The Moravian wine scene in the Czech Republic is an exciting region right now. Unique blends, styles and a melange of grapes to choose from, harking to a time when the Bohemian center of Europe could look all around it for its picks of vine stock and inspiration. Some wine coming out makes sense for a young winemaker to make, and other styles make one think that traditional styles have been preserved in a time capsule. I have tried interesting rosés, bold reds and orange wines made from a blend of Chardonnay and the three Pinot siblings. The whites do not have a uniform identity; many are able to fit in with Burgundy or Mosel or simply part of a Pet Nat festival.
I first tasted Czech wines in Tel Aviv of all places. The wine scene is booming there, and on a trip to discover the old vine Carignan, I got a taste of a few Czech Pinot Gris that left a very positive impression on me. The spring after that I landed at Vinnatur in Vicenza. I came ready to attack all the natural Italian icons I had yet to savor. Luckily, I made a pit stop.
Lunch is fun.
Milan Nestarec is a cool guy. You can tell he is genuinely excited about his wines and Czech wines in general and he wants to share them with the world. We taste through his line and it’s all great. Then he has this wildy labeled wine. Forks and knives dancing about. It’s called “Lunch”. He explains that this is unpretentious food wine, wine for the table. I dig it. Here we have a crown capped wine, that maybe was supposed to be a Petnat but is still, no trace of bubbles…
There are two methods to serving high sediment wine. Decant it, as with old red wine, or as they would do with Prosecco with traditional Col Fondo. Then there are those that want the sediment, they crave the yeast!
Milan took that bottle and shook it up and swung it. He was singing! “Shake it up baby!” We joined in. He swung that bottle so much it smashed into the decanter that the winemaker next to him was holding! I cannot make this up.
One case of still wine under crown cap. One case of song. One case of a broken decanter.
Final verdict: the wine was awesome. It is Looney Tunes fun! It has a vibrancy of strawberry squirt power that makes you want to take the bottle and smash anyones decanter that won’t let you go singing through the dandelions.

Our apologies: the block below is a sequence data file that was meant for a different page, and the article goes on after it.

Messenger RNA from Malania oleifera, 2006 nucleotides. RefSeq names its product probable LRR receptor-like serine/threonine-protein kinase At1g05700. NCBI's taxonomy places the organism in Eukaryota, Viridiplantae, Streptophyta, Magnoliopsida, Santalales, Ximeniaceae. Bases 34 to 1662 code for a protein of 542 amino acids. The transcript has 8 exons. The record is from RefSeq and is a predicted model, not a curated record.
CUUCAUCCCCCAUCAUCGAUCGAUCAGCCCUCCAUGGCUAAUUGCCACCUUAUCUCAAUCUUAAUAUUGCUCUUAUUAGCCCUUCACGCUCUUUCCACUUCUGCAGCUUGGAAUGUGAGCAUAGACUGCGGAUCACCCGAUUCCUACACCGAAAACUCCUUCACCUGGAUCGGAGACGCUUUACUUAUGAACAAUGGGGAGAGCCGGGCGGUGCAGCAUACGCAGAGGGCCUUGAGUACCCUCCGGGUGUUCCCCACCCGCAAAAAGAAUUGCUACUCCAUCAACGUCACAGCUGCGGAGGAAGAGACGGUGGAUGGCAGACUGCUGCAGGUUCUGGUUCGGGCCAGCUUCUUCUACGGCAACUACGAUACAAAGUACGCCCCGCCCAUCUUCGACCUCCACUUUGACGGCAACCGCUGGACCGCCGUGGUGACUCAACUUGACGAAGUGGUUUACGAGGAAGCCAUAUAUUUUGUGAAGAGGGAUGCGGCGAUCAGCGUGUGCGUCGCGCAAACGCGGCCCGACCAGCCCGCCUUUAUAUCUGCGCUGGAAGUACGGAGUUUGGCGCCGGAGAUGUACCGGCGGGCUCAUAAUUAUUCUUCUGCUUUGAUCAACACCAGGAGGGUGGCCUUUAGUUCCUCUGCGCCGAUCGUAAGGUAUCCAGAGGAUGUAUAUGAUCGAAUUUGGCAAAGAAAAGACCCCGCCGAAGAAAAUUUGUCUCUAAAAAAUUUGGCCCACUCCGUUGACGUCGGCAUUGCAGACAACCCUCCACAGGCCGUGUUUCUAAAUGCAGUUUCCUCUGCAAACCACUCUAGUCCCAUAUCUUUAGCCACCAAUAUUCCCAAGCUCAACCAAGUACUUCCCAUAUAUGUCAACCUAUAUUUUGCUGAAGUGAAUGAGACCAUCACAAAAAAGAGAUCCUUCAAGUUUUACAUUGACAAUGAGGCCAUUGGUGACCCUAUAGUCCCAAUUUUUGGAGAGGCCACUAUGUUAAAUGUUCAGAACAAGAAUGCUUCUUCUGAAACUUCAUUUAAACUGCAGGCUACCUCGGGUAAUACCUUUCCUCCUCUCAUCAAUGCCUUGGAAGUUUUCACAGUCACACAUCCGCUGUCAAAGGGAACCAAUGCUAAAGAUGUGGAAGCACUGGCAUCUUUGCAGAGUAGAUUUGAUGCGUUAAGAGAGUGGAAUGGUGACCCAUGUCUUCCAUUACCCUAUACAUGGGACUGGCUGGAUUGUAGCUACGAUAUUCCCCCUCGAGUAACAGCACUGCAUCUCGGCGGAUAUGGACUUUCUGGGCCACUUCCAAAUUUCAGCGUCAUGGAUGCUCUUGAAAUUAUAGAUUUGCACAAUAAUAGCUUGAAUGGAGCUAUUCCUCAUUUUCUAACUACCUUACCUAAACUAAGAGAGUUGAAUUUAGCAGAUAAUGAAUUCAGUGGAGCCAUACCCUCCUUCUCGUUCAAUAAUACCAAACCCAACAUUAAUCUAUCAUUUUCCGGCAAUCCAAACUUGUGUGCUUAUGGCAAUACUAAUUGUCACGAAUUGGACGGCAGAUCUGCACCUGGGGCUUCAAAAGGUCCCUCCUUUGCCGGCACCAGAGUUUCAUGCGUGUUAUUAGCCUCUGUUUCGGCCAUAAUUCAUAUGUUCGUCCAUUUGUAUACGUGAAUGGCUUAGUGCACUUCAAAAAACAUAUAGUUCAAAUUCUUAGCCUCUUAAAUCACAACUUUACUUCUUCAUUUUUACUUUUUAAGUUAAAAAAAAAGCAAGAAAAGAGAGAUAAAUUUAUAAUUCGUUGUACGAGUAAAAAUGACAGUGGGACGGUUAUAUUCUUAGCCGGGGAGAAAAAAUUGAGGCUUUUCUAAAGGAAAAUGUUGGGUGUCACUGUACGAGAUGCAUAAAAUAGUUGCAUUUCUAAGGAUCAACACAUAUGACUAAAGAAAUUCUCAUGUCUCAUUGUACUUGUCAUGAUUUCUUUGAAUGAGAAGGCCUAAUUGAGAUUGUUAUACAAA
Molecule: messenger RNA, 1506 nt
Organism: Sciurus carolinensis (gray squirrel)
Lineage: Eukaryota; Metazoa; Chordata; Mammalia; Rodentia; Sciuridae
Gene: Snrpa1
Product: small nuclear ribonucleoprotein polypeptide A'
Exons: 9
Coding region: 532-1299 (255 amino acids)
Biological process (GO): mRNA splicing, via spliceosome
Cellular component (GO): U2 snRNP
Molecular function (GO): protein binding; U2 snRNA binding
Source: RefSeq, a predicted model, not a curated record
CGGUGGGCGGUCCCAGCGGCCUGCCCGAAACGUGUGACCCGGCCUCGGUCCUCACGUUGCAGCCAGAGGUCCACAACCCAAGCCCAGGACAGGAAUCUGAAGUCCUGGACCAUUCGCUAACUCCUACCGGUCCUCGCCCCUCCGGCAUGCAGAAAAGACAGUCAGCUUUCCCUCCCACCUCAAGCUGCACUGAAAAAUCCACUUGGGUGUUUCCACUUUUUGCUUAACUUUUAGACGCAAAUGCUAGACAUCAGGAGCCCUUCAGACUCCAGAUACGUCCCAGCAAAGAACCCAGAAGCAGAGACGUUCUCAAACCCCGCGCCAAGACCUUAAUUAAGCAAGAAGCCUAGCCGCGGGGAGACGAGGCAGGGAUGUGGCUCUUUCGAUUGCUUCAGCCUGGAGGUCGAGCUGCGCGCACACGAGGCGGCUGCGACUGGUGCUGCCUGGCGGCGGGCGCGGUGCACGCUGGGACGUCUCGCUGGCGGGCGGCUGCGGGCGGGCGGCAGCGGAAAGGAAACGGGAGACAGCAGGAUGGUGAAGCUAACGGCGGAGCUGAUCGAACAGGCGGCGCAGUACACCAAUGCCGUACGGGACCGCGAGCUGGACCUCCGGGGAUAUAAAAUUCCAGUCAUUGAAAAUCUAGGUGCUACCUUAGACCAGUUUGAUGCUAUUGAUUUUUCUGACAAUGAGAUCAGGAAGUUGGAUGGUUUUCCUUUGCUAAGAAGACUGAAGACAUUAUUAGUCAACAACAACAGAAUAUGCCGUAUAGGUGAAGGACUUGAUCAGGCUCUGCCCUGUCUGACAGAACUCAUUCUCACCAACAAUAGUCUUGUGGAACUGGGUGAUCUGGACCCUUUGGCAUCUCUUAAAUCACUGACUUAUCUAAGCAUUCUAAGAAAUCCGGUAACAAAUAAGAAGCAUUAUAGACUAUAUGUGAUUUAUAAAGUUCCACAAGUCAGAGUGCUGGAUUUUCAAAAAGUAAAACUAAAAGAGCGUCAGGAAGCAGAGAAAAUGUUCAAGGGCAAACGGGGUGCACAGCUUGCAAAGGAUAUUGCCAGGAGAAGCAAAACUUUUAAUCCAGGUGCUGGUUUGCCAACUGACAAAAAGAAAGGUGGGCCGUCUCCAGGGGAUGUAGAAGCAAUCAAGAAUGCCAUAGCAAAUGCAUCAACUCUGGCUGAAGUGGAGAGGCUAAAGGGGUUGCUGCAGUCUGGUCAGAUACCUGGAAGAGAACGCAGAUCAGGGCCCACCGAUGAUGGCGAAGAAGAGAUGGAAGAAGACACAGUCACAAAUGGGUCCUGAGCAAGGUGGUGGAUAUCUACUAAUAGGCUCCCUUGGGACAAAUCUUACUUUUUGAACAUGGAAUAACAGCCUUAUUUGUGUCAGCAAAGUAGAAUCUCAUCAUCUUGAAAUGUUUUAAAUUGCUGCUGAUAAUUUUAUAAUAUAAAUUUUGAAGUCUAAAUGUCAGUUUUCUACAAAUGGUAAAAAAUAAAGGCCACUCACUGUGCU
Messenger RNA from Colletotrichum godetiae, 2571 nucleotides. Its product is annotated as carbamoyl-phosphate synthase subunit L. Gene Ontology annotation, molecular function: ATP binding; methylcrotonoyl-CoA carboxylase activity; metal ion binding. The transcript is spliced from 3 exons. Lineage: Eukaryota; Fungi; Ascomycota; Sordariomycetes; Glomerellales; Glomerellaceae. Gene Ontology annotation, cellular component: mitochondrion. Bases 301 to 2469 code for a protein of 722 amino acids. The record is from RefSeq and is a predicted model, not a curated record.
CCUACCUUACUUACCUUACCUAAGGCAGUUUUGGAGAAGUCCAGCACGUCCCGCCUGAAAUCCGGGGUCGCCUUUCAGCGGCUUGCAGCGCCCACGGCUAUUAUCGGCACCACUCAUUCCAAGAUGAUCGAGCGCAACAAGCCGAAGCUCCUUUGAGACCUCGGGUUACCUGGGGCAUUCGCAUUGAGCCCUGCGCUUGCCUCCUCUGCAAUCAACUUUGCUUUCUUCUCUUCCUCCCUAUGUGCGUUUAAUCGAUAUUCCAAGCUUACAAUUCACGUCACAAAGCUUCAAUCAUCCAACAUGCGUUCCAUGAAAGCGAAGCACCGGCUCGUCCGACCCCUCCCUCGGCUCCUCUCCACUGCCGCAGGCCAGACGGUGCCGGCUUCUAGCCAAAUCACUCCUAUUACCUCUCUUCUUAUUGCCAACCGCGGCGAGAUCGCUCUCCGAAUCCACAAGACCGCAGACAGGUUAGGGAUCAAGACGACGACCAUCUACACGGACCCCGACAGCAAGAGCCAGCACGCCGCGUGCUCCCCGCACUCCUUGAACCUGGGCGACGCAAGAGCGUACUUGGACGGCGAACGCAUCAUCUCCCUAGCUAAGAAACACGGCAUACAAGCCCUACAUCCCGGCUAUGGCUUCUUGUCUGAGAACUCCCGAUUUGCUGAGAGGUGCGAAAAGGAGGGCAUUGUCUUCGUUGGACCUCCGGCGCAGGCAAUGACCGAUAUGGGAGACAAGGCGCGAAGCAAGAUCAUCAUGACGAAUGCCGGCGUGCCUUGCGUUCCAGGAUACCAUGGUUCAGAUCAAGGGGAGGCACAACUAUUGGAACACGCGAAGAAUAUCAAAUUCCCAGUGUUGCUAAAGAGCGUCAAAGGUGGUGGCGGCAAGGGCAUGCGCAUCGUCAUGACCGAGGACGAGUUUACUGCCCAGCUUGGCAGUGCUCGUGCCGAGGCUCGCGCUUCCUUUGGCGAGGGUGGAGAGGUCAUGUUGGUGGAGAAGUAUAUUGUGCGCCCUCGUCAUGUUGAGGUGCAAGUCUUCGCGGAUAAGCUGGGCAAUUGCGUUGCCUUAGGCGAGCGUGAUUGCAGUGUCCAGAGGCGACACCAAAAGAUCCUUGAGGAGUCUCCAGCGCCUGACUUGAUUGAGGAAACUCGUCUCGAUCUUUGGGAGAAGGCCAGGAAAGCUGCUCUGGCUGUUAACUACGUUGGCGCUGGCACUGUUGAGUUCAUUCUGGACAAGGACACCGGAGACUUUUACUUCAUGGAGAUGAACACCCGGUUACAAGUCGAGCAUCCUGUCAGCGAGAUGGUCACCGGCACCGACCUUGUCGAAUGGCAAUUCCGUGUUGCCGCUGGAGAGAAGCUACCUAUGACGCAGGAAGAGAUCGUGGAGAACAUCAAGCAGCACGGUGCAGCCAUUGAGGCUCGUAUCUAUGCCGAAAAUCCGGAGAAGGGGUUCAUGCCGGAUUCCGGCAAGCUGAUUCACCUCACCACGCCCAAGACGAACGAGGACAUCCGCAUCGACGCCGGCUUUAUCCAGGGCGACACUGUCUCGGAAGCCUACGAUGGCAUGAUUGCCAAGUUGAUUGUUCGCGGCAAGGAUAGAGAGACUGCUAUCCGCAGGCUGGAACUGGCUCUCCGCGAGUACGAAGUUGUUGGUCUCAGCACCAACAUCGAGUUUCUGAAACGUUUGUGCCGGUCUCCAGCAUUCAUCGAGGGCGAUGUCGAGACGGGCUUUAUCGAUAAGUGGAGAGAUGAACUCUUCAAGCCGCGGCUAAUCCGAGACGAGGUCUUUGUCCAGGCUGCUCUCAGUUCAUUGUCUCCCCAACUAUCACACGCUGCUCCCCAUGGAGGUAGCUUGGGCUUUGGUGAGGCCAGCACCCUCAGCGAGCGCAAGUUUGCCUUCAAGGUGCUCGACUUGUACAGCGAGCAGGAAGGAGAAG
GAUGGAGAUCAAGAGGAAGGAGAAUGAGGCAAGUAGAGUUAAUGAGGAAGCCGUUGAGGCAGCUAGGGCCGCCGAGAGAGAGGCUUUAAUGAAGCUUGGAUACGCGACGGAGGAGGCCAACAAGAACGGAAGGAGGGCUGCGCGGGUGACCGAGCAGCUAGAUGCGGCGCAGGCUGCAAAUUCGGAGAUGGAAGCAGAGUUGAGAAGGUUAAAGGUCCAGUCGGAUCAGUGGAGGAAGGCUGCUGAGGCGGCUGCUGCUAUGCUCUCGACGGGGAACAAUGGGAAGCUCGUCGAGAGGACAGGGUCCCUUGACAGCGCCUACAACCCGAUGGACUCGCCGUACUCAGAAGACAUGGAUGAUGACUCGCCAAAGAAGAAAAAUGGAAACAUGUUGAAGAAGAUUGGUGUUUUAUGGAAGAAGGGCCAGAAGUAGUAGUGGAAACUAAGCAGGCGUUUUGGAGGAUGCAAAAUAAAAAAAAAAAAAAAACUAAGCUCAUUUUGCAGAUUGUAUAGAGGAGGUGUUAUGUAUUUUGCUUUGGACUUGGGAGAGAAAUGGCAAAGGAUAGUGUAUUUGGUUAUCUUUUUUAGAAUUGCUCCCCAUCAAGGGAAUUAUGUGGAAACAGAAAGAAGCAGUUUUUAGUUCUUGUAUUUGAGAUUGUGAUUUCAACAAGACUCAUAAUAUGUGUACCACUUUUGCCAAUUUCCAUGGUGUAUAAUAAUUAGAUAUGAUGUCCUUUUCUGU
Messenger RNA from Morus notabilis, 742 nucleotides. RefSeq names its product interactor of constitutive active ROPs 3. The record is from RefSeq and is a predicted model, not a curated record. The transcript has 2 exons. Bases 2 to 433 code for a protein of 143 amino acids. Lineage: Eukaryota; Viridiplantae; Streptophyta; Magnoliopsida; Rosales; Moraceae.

Final Verdict: Czech wine is fun.
Don’t let this make you think Czech wine is all youth party juice either.
However, Milan did recently make a sparkling grape juice so kids and adults could have a healthy sulfite free alternative to all the crap poison soda out there. How many winemakers complain about society but do anything other then add more expensive alcohol for the same crowd.
The last wine I had of his was a Dornfelder blend aged for five years in barrels. I had a glass right after its release and it was great but definitely needs time. Milan is a good microcosm of Czech wine in general. A mix of rediscovery, and experimentation that takes cues from natural Loire as well as classic Montalcino. It is this fact that makes it one of the most exciting regions to look towards.
Precision is coming from a new, old, natural school.
At Vinatur I tried this amazing Pinot Gris/Noir Chardonnay blend from Jaroslav Osicka. It came in a dull label on a Bordeaux bottle. I was told it was from a professor at the Enology School in the Czech Republic who late in life has gone down the natural path with his own production. This was amazing. I had one of those moments that chase wine geeks dreams, that makes us obsessed. I was tasting true Burgundy by way of Moravia. Having read an insubordinate amount of books and literature on seemingly every Burgundy village, I end up internalizing this lost history of the Bourgogne. The region was never strictly monovarietal. Even today in Burgundy small amounts of Pinot family can make it into Bourgogne blanc. Everything I had read in descriptions of this region was now in my glass. It didn’t matter if I was going to sound crazy, I had to tell Milan this (he was serving these wines). What I said was not just a buzzed compliment. He looked at me so excitedly and told me of a trip they had made, bringing the Pinot Chardonnay to France. I don’t remember the details exactly but a Burgundian had the same reaction I did. A much older Burgundian who had lived to see and taste the last of that era.
Later that year, I got to visit Prague. I, of course, went to Veltlin. We went through tastings of the glasses. I tried the Akácia, a blend of Riesling (Ryzlink rýnský) and Pinot Gris. Native fermentation with a 7-month elevage in 1000 liter barrels from Acacia sourced from the South East of the nation. This just had such laser precision to it. It had so much to offer; a super battery of potential. I hold this in my pantheon of great Rieslings.
Křižíkova 488/115, 186 00 Praha 8-Karlín, Czechia
Mon-Sat 5–11PM Sun Closed
Ba’al ha-Turim St 12, Tel Aviv-Yafo, Israel
Sun-Thur 9AM–6PM Fri 9AM–12PM Sat Closed
Via Favorita, 36040 Monticello di Fara, Sarego VI
April every Year